Gagosian is pleased to present One Ton One Kilo, an exhibition by Chris Burden.
Burden juxtaposes a historical work with a new one in an ongoing exploration of the duality that underlies much of his art. Here duality resides in both the literal and figurative aspects of weights and measures, as well as in the layers of meaning embedded in the known hierarchy of materials.
Following his early controversial performance work, throughout the late ’70s and ’80s Burden’s interests shifted to broader themes relating to science, ecology, technology, and politics. He produced objects and installations that evoked the rationalism of scientific and technological discourse while undermining their claims to functionality. Memorable examples include Flying Steamroller (1996), where the massive heft of a steamroller was balanced by cement blocks to defy the forces of gravity; and Fist of Light (1992–93), his “visual metaphor for nuclear fission,” hermetically sealed inside its own room-size structure.
Notice: One hundred kilograms of gold bricks bought by Gagosian for Chris Burden: One Ton One Kilo were purchased from Stanford Coins and Bullion, a subsidiary of Stanford Financial Group, which, as widely reported in the press, is now in receivership. Unfortunately, the gallery’s gold has been frozen while the SEC investigates Stanford.
Chris Burden: One Ton One Kilo cannot be mounted until the gold bullion is released. Please continue to check our website for a new opening date.
Gagosian Quarterly Films
Chris Burden: Big Wrench
From January 23 to February 21, 2019, Gagosian Quarterly presented a special online screening of Chris Burden’s 1980 video Big Wrench.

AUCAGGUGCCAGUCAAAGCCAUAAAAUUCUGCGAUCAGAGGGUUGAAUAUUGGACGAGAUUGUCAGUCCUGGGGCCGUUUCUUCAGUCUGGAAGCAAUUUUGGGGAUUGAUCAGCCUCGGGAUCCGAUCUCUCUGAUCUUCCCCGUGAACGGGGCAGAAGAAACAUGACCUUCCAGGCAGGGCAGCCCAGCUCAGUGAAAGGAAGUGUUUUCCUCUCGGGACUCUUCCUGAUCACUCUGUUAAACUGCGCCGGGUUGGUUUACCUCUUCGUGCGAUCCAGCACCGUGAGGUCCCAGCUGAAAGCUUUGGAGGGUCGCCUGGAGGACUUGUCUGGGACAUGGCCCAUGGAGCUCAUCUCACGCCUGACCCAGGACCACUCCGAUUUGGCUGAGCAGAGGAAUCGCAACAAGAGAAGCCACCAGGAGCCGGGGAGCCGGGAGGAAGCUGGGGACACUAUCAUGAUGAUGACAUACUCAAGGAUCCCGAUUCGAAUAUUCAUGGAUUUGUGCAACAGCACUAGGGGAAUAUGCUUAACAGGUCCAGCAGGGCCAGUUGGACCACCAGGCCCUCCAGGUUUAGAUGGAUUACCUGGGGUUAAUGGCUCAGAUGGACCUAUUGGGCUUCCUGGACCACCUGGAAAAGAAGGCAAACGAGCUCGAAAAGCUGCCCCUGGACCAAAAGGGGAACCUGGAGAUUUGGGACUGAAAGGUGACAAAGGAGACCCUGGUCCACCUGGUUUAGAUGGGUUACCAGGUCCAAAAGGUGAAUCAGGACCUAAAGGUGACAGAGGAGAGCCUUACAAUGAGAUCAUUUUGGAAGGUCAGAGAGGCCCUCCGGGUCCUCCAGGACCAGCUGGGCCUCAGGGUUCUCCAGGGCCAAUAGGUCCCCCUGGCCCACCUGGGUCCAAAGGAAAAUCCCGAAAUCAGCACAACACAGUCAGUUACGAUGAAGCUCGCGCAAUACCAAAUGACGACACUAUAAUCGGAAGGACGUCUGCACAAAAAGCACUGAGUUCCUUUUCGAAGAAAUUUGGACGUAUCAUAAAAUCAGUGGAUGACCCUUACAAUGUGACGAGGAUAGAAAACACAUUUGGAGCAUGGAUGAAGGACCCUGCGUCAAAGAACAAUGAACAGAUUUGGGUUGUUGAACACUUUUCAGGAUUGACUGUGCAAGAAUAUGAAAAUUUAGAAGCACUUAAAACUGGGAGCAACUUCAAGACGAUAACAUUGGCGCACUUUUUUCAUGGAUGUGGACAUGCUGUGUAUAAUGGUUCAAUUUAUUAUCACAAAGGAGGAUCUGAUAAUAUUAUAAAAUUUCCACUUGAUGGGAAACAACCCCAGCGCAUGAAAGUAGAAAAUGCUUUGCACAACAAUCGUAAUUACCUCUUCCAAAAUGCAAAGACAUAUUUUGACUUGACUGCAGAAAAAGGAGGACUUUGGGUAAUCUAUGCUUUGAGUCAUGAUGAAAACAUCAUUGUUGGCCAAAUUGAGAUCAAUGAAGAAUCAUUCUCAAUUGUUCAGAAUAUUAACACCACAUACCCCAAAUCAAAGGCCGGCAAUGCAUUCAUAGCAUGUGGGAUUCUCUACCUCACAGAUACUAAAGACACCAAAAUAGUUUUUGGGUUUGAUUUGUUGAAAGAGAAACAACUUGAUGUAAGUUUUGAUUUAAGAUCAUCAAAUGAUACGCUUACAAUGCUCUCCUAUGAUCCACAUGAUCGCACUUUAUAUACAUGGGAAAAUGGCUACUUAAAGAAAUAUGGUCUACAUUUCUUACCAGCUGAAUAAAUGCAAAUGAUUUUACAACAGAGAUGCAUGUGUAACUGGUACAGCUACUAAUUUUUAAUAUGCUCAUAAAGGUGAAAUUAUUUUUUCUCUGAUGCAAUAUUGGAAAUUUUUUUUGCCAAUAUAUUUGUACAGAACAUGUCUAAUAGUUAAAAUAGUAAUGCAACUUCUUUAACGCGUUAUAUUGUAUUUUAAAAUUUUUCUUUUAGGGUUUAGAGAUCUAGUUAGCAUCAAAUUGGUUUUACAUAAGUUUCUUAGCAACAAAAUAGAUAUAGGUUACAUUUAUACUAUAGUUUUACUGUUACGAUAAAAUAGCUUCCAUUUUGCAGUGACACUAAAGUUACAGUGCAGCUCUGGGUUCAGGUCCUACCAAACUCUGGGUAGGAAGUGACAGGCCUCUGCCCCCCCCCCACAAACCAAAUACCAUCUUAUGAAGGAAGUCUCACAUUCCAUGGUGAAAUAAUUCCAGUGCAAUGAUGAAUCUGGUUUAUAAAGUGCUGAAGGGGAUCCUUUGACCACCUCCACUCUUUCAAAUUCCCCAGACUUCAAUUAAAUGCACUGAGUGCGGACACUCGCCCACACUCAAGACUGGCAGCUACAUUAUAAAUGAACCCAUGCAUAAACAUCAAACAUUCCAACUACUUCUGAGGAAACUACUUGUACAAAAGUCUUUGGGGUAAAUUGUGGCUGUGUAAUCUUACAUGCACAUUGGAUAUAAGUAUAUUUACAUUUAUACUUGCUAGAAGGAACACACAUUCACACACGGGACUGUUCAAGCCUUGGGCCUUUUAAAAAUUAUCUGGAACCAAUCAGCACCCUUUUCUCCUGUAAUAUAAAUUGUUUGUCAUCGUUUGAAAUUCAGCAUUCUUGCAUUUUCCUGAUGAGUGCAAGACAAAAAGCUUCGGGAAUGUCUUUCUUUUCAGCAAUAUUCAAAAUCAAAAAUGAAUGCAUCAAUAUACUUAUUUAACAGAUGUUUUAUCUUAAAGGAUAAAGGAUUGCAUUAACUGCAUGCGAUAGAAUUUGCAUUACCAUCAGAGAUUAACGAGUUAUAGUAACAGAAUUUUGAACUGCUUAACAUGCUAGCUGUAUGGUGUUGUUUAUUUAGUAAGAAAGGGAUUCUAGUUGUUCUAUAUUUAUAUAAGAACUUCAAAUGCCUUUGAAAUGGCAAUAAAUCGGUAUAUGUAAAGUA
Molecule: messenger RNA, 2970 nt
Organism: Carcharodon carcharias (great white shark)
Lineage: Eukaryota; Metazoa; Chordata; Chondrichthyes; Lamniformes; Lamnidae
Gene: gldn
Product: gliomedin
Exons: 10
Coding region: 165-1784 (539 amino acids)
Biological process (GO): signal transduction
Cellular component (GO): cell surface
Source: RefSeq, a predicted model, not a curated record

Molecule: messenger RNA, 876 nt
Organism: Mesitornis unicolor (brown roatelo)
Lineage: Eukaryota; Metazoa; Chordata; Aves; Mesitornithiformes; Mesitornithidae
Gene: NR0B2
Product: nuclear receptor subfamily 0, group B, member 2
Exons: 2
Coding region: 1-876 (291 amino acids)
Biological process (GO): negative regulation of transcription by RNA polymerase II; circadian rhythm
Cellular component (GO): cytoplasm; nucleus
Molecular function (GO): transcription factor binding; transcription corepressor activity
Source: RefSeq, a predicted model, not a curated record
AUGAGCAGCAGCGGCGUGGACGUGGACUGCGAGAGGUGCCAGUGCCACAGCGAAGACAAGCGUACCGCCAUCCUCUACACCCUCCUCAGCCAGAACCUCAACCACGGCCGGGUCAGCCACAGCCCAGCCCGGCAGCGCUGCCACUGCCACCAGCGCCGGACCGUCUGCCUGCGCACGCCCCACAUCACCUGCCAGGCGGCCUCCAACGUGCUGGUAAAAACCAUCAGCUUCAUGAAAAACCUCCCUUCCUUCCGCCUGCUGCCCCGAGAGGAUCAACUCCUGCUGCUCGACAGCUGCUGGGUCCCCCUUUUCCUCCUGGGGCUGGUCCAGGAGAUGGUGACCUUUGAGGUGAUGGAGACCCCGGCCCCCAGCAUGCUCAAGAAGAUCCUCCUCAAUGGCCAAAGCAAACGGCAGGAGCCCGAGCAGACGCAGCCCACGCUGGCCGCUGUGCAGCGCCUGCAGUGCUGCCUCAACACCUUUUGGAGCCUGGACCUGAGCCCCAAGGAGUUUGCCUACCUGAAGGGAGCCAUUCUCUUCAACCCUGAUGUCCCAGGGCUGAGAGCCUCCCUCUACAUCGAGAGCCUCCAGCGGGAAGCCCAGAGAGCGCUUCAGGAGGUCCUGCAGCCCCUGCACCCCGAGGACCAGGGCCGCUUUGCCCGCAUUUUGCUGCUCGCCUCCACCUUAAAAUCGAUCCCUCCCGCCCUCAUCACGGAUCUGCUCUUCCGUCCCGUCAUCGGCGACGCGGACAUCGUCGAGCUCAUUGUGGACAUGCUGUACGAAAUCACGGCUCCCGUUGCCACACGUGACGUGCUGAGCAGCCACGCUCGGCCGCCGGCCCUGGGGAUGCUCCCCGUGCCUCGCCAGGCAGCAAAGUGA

Sydney Stutterheim looks at the brief but feverish obsession behind this 1980 video by Chris Burden.
Deluxe Photo Book
Sydney Stutterheim discusses Chris Burden’s Deluxe Photo Book 1971–73 on the occasion of its inclusion in About Photography at Gagosian San Francisco.
Urban Light: A Ten Year Anniversary
Ten years ago LACMA premiered Chris Burden’s Urban Light, which has since become an iconic landmark for the city of Los Angeles. To celebrate the anniversary, we look back to 2008 with a conversation between Chris Burden and Michael Govan, director of LACMA.
The story behind Chris Burden’s Buddha’s Fingers (2014–15) and its connection to all of his streetlamp installations. Text by Sydney Stutterheim.
Burden’s Airship Takes Flight
Sydney Stutterheim investigates Chris Burden’s Ode to Santos-Dumont (2015) as the work takes flight during Art Basel Unlimited 2017.
Extended through March 12, 2016
January 19–March 12, 2016
980 Madison Avenue, New York